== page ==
Public Choice, Private Benefit

This kind of interference with free markets comes about because “the government” is made up of people, and those people don’t stop caring about what’s best for themselves just because they’ve got a role in that government. This is an example of what’s known as “public choice theory” in action —  a deceptively simple method of analyzing how decisions are made in politics and government, public choice theory won its co-founder James Buchanan the 1986 Nobel Prize in Economics. Its fundamental principle is the simple recognition that voters, elected officials and government employees tend to make decisions based on what they think is best for themselves, just as they would in any other part of their lives. (As journalist and “Masterpiece Theatre” host Alistaire Cooke once explained it, “Public choice embodies the homely but important truth that politicians are, after all, no less selfish than the rest of us.”)

Importantly, public choice explains that the people making these self-interested decisions don’t even need to recognize they’re making decisions that are good for themselves but bad for others. The kinds of civic-minded individuals who tend to sit on local planning commissions and zoning boards rarely approach their work from an intentionally selfish standpoint, thinking “What’s in it for me?” Rather, they look at the best interests of the existing people in their community — which includes themselves — and then logically make decisions that add up to higher housing costs and lower access to affordable housing than otherwise would have existed.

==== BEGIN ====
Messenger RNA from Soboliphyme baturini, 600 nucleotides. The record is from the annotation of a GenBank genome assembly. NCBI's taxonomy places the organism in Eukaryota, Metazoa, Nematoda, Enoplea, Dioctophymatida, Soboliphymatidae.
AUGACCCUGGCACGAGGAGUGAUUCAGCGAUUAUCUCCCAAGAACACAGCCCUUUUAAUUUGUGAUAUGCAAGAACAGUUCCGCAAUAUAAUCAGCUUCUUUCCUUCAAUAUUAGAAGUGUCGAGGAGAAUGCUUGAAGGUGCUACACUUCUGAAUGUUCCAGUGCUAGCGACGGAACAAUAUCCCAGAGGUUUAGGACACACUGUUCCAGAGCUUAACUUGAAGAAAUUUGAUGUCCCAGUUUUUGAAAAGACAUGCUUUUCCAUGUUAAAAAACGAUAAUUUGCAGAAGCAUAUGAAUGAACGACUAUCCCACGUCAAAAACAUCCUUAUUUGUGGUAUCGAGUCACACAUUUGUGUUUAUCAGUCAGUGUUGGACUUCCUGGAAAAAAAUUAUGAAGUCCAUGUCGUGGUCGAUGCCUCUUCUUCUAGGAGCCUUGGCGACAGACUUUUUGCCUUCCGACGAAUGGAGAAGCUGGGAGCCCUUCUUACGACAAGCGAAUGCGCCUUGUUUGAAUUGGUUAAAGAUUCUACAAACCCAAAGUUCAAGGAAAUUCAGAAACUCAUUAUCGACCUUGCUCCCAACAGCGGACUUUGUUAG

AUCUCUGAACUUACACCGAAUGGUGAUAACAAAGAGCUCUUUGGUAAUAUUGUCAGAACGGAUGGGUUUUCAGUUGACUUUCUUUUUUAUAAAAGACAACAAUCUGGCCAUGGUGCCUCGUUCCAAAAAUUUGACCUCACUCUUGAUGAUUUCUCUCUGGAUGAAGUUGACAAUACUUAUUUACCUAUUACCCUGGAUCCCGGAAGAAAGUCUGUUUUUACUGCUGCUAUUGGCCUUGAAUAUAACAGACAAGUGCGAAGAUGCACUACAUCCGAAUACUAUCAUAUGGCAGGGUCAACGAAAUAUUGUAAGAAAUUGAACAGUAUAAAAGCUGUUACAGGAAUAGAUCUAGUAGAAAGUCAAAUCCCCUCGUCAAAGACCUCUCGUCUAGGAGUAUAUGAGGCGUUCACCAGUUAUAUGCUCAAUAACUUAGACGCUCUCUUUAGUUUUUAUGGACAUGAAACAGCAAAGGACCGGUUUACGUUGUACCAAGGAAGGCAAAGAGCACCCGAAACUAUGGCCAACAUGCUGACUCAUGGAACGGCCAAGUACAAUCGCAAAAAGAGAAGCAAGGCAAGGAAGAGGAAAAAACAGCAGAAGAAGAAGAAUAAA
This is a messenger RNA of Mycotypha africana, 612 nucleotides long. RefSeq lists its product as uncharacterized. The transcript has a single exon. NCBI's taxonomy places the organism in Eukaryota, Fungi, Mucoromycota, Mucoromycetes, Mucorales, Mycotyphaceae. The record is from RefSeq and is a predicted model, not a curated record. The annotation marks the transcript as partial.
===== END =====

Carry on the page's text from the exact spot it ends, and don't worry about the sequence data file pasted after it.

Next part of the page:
Bit by bit, town by town, state by state, these well-meaning interferences with the free market add up to a massive drag on the collective economy. It’s one more example of how even the smallest and most well-intentioned local government interference in the free market can make things worse for everybody concerned, and should help us recognize that the best way to make homes more affordable would be to take the power to make them cost more out of the hands of local government officials.

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John C. Mozena is a communicator working to spread liberty and free markets. He has been a vice president at a free-market think tank, spent two decades in a variety of private-sector marketing and communications roles and began his career as a newspaper reporter and editor covering health care policy. Follow him on Twitter or visit his website.

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What Should Be Said shows effective ways of communicating freedom principles by using a storytelling approach, taking the moral high ground, and staying hopeful and aspirational. Media, politicians and thought leaders often fail to include the freedom perspective at all by omitting critical facts. Alternatively, when they do make a sincere attempt to sell the freedom philosophy, they often do so with a stale and defensive approach that is missing stories that humanize the dry facts and figures. Here we show examples of how storytelling and emotionally compelling changes in message will make all the difference for those trying to advocate for liberty.